Tides of Sorrow

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Walking purposefully across the moors, Cain made his way to the town. The memories of centuries ago floated away on the cool breeze as he moved, his focus now on the woman who was somewhere amid the streets of Whitby.

Down onto the A171, he cut along fields, close to the River Esk, avoiding detection. It took him no longer to reach town on foot than it took anyone else by car; even in daylight, he could move swiftly and easily. He resumed a leisurely stride, however, as he entered more densely populated areas.

The day was pleasant although cool and the expected goth army were making their presence known. He milled his way through the pedestrians, sometimes brushing shoulders and offering polite apologies. The atmosphere was light, filled with gaiety and anticipation of the days’ events.

For all the weekend provided the perfect opportunity to blend into modern society, his existence was still viewed as complete fantasy. The days of superstitions and fears of the night realm were long gone. He was not looked upon as an abomination of nature, or God, for that matter any more. If he was considered anything it was just weird. Still, not so in Whitby and certainly not during this weekend.

A little of last eve’s dinner had marked his jacket, but nothing too gratuitous or suspect looking really. He subconsciously rubbed his hand over the stain.

Then it hit him. Her scent. The suddenness of it made him reel. He steadied himself against the railings, attempting to look as if he were merely enjoying the view across the harbour. His fingers clasped the iron rail, knuckles whitening, his long nails grazing the heels of his palms.

Gritting his teeth he looked askance through his curtain of hair. The aroma was growing weaker, she was on the move. Pushing himself away from the railings he headed along the front, eyes scanning the way ahead. A flash of yellow caught his attention.

He watched as an open-topped bus started its climb up a steep hill. He inhaled. Without mistake, she had boarded the bus. Up ahead he noticed a sign about the tour and quickly he checked its route.

He looked over his shoulder across the bay. There, overlooking the town was the Abbey, the magnificent ruin standing in silent vigil. Somehow he just knew that was where she would disembark.

He turned back to head to the swing bridge when something else invaded his senses. A toxin which he had sensed down through the ages was nearby once more. It was somehow related to the presence he had felt on the moors though he knew not how. It too was fading but not as rapidly as the melancholy, so he took a moment and scanned the area. He looked at the bandstand, his eyes scrutinising the people.

If he was not mistaken, it had lingered there for a while. Its properties were not unlike a contagion, capable of infecting the least suspecting or perhaps heightening an already poisonous element. It was growing distant though and so he let it go and started heading to the Abbey.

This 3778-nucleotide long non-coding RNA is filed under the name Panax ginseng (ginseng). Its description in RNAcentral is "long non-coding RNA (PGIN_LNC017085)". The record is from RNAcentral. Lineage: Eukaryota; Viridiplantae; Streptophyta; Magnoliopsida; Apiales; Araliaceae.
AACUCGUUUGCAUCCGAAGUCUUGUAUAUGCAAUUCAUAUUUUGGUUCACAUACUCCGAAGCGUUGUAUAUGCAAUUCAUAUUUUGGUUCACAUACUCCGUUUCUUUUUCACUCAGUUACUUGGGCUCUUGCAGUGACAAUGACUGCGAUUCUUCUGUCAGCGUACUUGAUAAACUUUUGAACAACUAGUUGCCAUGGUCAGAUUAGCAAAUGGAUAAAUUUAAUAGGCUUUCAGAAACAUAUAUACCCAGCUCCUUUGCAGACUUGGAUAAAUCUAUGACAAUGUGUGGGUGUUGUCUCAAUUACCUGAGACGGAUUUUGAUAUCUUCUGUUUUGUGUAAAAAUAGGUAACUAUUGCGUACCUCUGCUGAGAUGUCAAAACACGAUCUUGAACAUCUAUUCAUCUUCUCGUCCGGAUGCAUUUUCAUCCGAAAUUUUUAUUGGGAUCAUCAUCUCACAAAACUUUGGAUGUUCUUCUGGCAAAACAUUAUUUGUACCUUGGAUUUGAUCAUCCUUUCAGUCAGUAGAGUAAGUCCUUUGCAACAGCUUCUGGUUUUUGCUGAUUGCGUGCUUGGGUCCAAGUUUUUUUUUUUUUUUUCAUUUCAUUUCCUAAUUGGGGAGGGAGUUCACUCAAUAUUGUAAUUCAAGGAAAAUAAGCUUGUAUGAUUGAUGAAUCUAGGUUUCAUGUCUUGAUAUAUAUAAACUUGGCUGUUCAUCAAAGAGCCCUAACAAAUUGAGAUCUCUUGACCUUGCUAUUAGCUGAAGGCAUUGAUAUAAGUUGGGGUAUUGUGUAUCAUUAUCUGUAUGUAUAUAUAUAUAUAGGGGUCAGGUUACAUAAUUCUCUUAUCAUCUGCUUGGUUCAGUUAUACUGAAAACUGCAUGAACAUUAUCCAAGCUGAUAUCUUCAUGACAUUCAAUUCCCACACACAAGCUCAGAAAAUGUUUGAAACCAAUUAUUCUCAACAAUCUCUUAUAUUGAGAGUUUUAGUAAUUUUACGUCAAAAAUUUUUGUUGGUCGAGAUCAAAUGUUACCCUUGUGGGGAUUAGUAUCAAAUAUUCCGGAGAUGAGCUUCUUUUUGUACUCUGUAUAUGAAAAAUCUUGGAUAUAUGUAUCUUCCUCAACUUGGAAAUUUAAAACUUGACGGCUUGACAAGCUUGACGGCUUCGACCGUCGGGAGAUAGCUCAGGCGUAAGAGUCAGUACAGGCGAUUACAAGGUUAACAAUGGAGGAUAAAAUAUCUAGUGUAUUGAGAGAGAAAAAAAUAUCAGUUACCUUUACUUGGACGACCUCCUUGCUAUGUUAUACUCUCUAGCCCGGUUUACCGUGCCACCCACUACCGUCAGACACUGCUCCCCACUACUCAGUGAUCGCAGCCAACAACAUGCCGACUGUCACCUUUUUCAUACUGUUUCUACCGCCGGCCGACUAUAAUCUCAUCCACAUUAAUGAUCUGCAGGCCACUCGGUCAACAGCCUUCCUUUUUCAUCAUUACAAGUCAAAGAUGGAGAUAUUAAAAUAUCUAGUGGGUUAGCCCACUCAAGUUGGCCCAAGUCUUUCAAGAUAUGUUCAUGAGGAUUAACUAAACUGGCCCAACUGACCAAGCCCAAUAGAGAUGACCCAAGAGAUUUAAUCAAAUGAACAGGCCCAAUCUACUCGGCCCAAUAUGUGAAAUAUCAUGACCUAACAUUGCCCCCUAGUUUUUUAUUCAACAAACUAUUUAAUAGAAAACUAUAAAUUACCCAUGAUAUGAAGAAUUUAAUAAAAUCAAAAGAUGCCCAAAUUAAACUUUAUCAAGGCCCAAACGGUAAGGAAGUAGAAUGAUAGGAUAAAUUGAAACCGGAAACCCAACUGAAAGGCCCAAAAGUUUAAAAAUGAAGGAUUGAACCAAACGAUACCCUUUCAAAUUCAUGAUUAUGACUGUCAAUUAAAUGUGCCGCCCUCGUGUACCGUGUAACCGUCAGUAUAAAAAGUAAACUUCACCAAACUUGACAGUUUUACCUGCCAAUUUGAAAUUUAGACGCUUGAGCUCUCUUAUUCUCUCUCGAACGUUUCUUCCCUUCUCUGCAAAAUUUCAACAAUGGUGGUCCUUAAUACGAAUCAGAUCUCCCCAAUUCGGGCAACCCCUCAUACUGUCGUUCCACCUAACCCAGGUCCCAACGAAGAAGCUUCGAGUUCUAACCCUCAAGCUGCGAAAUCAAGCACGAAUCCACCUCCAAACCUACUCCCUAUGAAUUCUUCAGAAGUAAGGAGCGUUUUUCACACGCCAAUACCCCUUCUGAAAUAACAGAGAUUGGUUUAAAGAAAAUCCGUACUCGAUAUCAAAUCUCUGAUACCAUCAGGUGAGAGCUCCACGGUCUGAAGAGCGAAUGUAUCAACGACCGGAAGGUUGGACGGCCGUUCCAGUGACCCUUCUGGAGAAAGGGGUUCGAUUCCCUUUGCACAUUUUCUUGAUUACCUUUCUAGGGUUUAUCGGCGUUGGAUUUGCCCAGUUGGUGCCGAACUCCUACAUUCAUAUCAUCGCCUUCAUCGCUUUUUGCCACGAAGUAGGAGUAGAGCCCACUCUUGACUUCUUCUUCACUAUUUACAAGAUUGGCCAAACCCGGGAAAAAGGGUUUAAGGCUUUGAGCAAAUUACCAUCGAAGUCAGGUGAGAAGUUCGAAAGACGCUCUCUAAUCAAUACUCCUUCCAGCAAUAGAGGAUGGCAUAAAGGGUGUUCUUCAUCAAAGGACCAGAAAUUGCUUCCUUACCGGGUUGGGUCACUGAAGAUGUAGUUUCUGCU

The town was abuzz once more with the festival. Music carried on the air from various venues, people whether costumed or not mingled and enjoyed the atmosphere. He weaved his way through the throng and once at the bottom of the 199 steps, he climbed them quickly enough without drawing on his preternatural swiftness.

As with the night before, he attracted a few stares and salutations. He nodded politely but otherwise dismissed the attention. His focus was at the top of the climb.

Groups stood in front of the Abbey, posing for pictures, most of which had donned the customary finery associated with the weekend. Their fascination with the macabre and all things dark and gothic never failed to intrigue Cain. There were plenty of real monsters in the world who did not dress up. They left the make-believe ones deep in the realms of fantasy.

From ancient empires, dynasties and kingdoms Cain had routed some of the most heinous individuals over time be they emperors, kings or their subjects. With the fall of such lofty sovereignties, despots and fanatics continued on to build their own seats of power often laying claim to smaller countries, realms and states, but they nonetheless were as ruthless as their legendary predecessors. Greed and lust for power was a destructive force indeed and it made Man commit unspeakable crimes. Hate and prejudice also walked hand in hand with those defects.

Although his own crime was one he could never forgive himself for, nor rid his soul of guilt, there was no denying that some of the horrors humans inflicted on each other were truly evil. It was an arduous task God had set him, endless indeed. It did sometimes make him question why God still loved the human race. He would chastise himself for pondering such things feeling it was not his place to probe the reasoning nor supremacy of his Lord, God and Master.

Could he be blamed for mulling over such things though? He had walked this planet for millennia, mostly cold and alone, serving a bizarre form of justice in the name of the Almighty. And each time, was not the kiss of death plunging him deeper into the unyielding maw of Hell? Was there no end? No redemption? No hope?

His brooding was interrupted by the sound of an engine approaching. Looking up, the yellow tour bus neared the stop outside the main entrance to the grounds.

He stole his way over to the Abbey and waited.

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